The distinctive colors displayed in the Mayan ruins and replicated by researchers is allowing startup company Mayan Pigments Inc. to offer pigments that it claims are environmentally friendly.
The company started on the campus of the University of Texas at El Paso and is taking steps to commercialize a process that produces organic and inorganic hybrid pigments that are not heavy-metal based.
The state's Texas Emerging Technology Fund provided a $250,000 grant in September as the first installment of a $1 million grant to get the company more exposure. The company has also received money from the National Science Foundation $100,000 for phase one and recently $500,000 for phase two.
``I thought from the start that I should form a company,'' said co-founder Lori Polette-Niewold, who serves as the chief technical officer of Mayan Pigments.
She said she was intrigued by the hardiness and steadfastness of the Mayan colors that had survived hundreds, possibly more than a thousand years. Polette-Niewold's work led to a doctorate degree from UTEP in material science in 2002. She used the patented process to start Mayan Pigments in 2005.
The company now has four employees doing sales and research. They are based in incubator at UTEP, but also use contract manufacturer, Custom Processing Services Inc. of Reading, Pa., to make the pigment. The new money will be used to expand its marketing and sales.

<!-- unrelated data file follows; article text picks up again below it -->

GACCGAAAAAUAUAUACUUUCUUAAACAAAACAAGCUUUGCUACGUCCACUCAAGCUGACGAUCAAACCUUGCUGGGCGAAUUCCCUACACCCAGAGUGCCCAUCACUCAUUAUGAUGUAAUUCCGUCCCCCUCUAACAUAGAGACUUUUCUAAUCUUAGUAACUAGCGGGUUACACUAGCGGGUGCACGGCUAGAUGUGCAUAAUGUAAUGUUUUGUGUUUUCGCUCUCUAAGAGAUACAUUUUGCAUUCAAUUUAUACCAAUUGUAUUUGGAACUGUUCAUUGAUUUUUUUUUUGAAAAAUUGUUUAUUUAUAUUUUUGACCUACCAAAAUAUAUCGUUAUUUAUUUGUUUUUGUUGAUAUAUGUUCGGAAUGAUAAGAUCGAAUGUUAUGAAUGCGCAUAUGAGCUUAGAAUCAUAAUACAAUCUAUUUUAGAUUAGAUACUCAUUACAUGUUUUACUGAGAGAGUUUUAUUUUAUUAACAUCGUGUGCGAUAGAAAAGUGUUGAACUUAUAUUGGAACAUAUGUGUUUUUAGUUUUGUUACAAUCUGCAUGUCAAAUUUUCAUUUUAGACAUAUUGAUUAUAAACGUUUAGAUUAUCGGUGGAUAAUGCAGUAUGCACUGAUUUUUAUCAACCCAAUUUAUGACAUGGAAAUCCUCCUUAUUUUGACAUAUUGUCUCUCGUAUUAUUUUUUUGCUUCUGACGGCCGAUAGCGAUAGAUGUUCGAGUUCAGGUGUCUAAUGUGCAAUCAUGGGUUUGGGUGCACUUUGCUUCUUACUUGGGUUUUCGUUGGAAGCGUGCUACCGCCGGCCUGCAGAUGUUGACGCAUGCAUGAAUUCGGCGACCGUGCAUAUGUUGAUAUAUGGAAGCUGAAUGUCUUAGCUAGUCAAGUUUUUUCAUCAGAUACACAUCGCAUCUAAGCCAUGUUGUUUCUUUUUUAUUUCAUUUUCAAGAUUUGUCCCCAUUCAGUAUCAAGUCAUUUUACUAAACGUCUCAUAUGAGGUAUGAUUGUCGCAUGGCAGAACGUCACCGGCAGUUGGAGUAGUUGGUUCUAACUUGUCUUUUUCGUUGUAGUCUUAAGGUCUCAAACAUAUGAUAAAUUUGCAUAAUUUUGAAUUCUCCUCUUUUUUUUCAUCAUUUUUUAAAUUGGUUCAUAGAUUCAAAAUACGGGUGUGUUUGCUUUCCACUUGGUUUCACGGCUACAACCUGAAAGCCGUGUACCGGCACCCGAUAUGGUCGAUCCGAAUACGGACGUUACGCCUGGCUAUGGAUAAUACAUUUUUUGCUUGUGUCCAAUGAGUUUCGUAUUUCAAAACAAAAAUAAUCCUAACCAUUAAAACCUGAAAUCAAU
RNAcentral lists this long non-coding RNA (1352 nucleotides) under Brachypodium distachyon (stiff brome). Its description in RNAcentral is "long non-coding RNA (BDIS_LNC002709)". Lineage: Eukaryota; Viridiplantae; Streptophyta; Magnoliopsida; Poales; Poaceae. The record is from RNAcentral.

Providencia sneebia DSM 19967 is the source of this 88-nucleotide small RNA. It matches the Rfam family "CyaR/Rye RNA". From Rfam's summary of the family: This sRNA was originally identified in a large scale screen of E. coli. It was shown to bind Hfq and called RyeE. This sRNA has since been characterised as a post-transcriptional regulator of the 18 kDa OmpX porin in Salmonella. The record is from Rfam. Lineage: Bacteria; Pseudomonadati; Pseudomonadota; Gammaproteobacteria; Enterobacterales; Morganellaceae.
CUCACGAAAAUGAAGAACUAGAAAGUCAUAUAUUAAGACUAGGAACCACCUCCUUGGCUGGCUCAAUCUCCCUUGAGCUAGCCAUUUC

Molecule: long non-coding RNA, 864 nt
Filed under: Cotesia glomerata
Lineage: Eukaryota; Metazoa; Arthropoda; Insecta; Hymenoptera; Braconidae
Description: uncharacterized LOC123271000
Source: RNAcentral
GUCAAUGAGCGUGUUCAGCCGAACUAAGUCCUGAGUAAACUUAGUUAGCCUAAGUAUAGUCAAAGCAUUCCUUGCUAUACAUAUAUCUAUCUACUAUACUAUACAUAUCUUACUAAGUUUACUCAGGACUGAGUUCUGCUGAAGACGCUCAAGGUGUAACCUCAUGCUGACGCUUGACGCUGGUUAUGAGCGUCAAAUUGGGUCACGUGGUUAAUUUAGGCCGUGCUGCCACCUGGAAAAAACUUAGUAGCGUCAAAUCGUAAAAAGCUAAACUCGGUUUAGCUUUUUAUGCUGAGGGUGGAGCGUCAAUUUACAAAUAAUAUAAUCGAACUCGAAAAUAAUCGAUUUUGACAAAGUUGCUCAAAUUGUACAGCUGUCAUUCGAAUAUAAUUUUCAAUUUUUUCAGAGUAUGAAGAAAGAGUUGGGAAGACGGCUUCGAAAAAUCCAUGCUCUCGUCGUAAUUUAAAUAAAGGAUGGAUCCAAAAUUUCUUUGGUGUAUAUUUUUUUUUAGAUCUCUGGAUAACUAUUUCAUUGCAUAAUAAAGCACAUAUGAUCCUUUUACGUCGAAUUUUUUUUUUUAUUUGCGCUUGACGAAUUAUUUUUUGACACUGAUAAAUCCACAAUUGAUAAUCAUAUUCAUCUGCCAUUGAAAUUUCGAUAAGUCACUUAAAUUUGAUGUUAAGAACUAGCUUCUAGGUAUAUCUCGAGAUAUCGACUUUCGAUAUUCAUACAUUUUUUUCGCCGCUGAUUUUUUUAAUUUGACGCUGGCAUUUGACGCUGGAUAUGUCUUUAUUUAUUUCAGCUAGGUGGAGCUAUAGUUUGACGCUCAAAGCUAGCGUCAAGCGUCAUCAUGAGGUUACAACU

``The materials are quite amazing. They have a lot of potential, including plastic injection molding, which we went after first, but I'm always intrigued by the possibilities,'' said professor Russell Chianelli, a co-founder who remains at UTEP.
Chianelli is an investor and board member, but remains committed to research.
``I continue to look for other opportunities. The ancient people had a lot of technology that maybe we arrogantly didn't think enough of to study before,'' he added.
The patented pigment process is quite simple, according to Chianelli, and the only by-product is water.
Polette-Niewold said the colors' hardiness stand up particularly well for use in plastics, and paints and coatings. It can also be used for cement, stucco, fibers and artists.
Her enthusiasm is also drawing interest from the industry the company has a new president and chief executive officer with over 30 years in the chemical and materials industry Millicent Pitts, and has a longtime veteran, Gary Williams, serving as the senior vice president.
Pitts is a former vice president at Englehardt Corp., and is enthusiastic about the MayaCrom pigment lines' prospects. She said it is offering colors with new color index numbers, something that is rare.
``They have a lot of growth opportunities and certainly some intriguing colors,'' Pitts said.
She said the firm had some early sales and about 50 customers are testing the colors.
A wide range of colors are being offered, she said.
``We are able to sell on two aspects first it is green and second, because of its physical properties,'' she said.
Eight of the MayaCrom pigments were recently assigned new Colour Index Generic Names and Constitution Numbers by the Society of Dyers and Colourists. They include yellows, blues, reds and violet. Pitts said that it is quite an honor in that Colour Index is the only authouritative international reference work on the published colorants